People in Massaschusetts are by and large satisfied with the Connector. It's toughest on the fairly small number of families earning just over 300% of FPL (of which there aren't that many), and on the larger number of young individuals who make just over 300% of FPL (which is $32,320 for an individual, so there are a decent number of those folks). Working class families earning up to 200% of FPL have fairly low premiums. $90 per month is going to pinch, but for uninsured households, they'll get some real value out of that: Commonwealth Care plans include dental insurance, wellness checkups have low co-payments; chronic disease care is especially well covered, and so forth. Likewise, three hundred pre-tax dollars a month for a family with a gross income of $60,000 per year is Real Money, but it's not going to break the bank. It's less than what they should be saving for college, for instance.

But as you can see from the graph, the Baucus bill doesn't fare as well. It's not even close to faring as well. The eight million individuals without insurance who earn between 200% and 300% of FPL will pay more than twice what similar households in Massachusetts currently pay. And working class families will feel a real pinch; $250 per month ($3,000 per year) for a family of four with an income of $38,000 is going to hurt. (This paragraph was edited for clarity)

The alternative scenarios are not quite as bad. I especially like the purple orange scenario, using funding levels higher than the House bill to push premiums down primarily for working-class households. That would be almost as good as what Massachusetts has. And politically it would probably be fairly popular.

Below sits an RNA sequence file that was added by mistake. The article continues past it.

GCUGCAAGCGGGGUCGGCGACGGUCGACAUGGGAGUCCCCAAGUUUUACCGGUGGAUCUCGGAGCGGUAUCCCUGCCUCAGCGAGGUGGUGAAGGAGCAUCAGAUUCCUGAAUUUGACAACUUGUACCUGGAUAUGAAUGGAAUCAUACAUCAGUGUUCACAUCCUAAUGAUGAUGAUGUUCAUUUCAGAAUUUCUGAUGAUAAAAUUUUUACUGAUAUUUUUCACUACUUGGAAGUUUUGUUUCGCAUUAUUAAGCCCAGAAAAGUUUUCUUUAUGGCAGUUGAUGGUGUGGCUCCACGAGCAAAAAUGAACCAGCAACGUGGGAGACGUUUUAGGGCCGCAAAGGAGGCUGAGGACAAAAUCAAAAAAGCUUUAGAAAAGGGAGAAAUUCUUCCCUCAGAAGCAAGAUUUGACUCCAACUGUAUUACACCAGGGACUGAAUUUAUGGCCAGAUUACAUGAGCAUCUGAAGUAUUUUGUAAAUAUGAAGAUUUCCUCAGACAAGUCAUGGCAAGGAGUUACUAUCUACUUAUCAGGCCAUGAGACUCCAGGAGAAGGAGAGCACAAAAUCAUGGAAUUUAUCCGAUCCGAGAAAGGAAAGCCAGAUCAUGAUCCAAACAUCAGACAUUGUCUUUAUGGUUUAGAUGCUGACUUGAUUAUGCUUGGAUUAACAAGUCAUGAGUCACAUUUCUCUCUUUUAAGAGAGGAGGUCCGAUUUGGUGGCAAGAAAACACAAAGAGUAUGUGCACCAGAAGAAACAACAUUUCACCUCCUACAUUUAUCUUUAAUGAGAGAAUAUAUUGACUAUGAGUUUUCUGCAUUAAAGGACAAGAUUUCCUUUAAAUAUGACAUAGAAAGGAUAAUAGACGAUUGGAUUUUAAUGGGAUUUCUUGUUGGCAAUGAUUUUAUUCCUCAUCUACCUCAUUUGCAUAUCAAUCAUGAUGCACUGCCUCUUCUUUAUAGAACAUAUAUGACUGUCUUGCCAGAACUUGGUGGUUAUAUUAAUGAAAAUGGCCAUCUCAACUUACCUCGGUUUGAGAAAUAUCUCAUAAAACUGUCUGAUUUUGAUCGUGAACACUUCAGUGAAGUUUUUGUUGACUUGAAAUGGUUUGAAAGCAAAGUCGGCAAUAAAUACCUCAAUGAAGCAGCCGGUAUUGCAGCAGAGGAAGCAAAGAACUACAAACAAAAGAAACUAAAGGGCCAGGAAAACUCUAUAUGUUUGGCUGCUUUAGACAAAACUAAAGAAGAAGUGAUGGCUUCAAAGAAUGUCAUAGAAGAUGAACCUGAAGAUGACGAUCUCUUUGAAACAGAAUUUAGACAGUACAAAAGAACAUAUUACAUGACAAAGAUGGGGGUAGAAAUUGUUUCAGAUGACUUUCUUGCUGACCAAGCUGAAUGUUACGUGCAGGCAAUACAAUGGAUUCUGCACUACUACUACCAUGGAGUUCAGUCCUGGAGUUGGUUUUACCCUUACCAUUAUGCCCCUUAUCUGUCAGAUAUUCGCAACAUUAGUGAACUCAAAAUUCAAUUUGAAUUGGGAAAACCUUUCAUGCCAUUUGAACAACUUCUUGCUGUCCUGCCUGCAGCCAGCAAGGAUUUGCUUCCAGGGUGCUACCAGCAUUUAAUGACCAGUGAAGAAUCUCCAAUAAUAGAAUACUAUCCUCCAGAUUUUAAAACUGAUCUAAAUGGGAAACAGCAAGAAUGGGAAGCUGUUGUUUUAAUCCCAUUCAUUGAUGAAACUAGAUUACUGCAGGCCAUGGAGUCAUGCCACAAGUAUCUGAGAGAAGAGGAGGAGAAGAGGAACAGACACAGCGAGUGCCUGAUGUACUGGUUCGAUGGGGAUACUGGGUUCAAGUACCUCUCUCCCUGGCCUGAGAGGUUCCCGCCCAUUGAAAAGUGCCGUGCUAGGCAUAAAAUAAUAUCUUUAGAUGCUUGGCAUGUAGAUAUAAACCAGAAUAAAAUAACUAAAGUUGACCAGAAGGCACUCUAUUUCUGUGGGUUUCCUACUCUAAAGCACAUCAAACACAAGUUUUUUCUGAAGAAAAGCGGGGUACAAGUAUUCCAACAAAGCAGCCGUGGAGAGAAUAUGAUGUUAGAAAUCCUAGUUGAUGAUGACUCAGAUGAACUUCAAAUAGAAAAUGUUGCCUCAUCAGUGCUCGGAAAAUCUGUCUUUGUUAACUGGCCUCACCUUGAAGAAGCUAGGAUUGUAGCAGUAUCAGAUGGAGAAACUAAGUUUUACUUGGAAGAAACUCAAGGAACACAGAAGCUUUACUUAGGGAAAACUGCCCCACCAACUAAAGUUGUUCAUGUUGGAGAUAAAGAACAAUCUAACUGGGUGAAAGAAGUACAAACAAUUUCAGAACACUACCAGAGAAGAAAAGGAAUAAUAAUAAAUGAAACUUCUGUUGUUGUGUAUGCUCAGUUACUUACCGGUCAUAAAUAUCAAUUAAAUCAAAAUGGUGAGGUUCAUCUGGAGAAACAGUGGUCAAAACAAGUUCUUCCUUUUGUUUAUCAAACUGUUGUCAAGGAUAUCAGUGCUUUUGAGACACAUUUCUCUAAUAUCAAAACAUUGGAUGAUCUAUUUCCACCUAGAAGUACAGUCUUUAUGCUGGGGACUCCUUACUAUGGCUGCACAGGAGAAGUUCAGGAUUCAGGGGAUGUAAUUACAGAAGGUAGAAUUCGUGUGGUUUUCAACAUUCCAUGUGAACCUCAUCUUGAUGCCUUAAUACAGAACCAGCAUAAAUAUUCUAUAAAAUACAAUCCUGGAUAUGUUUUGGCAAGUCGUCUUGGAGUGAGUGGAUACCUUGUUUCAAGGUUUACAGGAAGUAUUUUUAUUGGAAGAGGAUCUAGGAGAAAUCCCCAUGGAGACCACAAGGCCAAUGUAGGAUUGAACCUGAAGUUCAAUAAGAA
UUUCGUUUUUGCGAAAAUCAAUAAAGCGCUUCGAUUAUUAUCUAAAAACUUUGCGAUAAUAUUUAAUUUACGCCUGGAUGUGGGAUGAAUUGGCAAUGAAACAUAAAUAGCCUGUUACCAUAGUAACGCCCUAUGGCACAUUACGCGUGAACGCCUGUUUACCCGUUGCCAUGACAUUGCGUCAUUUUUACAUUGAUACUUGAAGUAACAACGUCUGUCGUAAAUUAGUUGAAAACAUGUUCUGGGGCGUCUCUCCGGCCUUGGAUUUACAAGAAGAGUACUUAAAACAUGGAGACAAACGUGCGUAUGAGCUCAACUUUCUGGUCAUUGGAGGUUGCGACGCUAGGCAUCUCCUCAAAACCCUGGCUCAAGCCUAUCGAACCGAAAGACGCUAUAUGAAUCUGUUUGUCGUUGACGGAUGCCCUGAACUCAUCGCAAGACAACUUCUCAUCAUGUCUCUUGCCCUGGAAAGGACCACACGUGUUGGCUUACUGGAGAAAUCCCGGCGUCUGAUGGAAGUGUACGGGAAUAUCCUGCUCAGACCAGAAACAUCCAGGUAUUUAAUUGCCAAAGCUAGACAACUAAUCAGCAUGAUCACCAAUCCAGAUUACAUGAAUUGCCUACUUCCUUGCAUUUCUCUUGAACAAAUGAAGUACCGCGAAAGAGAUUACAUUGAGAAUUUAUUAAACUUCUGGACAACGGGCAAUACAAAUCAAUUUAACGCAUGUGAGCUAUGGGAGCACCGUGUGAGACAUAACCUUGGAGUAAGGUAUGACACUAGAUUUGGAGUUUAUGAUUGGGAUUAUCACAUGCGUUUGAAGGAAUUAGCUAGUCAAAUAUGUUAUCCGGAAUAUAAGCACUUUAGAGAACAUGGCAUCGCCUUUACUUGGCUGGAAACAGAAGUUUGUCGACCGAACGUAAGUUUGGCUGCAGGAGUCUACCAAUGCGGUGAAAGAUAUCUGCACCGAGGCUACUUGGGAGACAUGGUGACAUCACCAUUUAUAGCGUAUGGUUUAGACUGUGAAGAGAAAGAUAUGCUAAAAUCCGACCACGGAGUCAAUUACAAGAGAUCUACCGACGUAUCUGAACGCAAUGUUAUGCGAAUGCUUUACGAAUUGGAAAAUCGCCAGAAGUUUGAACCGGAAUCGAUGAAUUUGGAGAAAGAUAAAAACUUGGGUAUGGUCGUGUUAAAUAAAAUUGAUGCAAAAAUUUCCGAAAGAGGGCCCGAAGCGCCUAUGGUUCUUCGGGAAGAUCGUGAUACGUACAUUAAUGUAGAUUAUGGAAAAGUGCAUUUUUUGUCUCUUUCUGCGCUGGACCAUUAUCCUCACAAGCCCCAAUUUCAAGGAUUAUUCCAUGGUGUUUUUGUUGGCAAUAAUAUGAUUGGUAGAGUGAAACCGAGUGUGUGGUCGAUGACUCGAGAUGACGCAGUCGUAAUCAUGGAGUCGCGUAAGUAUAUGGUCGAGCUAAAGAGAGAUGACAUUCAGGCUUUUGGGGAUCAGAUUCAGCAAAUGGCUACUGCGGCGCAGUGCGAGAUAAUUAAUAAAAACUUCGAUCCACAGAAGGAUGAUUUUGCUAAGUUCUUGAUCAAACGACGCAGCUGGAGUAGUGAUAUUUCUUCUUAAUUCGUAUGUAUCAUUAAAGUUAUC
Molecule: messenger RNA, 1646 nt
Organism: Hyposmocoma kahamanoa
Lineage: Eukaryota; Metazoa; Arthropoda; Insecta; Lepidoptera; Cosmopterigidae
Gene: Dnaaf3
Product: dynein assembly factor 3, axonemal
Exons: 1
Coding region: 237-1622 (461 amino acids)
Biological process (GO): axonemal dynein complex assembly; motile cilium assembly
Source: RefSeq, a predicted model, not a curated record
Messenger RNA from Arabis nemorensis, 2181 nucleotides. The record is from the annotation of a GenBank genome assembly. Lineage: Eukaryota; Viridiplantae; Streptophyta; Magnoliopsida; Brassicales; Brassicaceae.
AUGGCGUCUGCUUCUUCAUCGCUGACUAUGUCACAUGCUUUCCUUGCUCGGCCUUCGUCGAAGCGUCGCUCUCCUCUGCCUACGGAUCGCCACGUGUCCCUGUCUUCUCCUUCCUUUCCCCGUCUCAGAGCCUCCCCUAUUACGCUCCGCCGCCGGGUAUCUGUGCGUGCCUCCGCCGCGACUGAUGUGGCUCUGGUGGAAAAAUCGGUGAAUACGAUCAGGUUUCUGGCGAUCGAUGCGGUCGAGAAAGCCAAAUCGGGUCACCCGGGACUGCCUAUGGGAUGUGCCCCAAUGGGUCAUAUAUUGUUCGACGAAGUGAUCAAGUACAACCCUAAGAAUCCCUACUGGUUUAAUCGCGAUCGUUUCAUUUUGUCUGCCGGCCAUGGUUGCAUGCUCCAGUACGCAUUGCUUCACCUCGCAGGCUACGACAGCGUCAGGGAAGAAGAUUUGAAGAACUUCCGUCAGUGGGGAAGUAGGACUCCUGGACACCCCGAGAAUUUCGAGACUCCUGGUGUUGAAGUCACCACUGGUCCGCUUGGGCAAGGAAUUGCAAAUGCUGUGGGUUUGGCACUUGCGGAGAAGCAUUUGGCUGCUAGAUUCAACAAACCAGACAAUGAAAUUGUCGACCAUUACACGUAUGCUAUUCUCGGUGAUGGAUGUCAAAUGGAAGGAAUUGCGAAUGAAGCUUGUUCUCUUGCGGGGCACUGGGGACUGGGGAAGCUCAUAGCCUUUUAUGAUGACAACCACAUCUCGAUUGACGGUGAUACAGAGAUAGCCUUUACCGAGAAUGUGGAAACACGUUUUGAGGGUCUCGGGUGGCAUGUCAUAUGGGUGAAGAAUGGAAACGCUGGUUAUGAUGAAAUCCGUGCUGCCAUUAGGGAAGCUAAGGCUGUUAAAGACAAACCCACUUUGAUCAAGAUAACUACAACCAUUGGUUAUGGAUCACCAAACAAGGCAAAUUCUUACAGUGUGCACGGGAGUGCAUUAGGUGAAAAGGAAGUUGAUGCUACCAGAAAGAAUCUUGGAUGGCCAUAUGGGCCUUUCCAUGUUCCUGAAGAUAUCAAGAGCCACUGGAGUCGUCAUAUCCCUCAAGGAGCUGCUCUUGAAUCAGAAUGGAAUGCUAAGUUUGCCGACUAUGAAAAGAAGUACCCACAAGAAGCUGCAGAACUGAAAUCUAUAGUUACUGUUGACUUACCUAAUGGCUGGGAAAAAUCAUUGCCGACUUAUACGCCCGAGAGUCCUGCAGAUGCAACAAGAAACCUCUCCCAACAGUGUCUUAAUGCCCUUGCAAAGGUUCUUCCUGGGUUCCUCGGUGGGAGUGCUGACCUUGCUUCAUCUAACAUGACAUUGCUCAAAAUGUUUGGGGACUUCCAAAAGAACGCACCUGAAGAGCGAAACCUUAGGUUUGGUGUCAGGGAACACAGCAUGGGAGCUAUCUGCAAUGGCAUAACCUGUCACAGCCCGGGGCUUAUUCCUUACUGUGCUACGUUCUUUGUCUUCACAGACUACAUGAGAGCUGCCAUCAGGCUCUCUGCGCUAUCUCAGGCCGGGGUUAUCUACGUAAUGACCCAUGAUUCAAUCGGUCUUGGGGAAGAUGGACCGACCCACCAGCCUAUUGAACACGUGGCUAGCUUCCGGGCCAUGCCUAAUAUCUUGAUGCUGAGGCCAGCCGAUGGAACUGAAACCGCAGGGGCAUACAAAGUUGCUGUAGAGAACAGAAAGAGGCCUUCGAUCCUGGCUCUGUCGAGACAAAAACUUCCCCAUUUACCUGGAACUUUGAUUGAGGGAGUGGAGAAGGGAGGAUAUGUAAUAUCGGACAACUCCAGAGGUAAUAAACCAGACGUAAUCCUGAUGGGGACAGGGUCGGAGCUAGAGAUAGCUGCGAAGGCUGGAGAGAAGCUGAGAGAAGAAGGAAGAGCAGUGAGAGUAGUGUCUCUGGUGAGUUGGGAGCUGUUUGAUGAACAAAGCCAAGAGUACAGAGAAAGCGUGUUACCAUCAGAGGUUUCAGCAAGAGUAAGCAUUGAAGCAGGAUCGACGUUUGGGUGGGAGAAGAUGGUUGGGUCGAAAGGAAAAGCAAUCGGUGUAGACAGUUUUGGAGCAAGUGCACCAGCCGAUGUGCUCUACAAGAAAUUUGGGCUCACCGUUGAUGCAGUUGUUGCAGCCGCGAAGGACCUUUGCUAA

Up next: I'll explore policy options to get the red bar closer to the dark blue bar. Who said charts weren't fun?


Messenia said...

I'm having quite a bit of difficulty with meaning of "affordable" as it is being discussed in this and other analyses of the Baucus proposal.

Just as insurance does equal care, premiums are not equivalent to cost. Affordable healthcare should mean that the cost of treatment is within the means of the patient. Where are these people supposed to get the money to pay for actual care after laying out so much on premiums?

A recent Kaiser Foundation report about the Massachusetts experience noted 17% of those with insurance could not afford to get care and 26% had incurred medical debt.

What is the purpose of "reform" if not to improve the ability of individuals to get care when they need it and not face financial instability when they get it? Delivering a captive market to for-profit insurance companies may help the insurance companies but it's really just cost shifting. It does nothing about the underlying problems
that are bankrupting individuals and all levels of government.

Nick Beaudrot said...

Can you send me a link to that KFF study? I would be interested to read it.

Thomas Nephew said...


"In 2008, 17 percent of non-elderly Massachusetts
adults with incomes under 300 percent of FPL did not get needed care because of costs, and 26 percent had medical debt." (Note: slightly different figures are cited in the introduction.)

I suppose one response is that most reforms will leave some with no net improvement; maybe I misunderstand M, but it's not clear that people in such situations (usu low income, bad employer plan with relatively high deductibles, copays, +/or premiums) are worse off than before the Connector/Commonwealth plan.

I'm also not sure what happens to the Connector plan when/if national health care plan ((Baucus + HR3200)/2) is passed; does your chart illustrate how people would automatically become worse off, or how they would ignore the federal plan in favor of the Massachusetts one?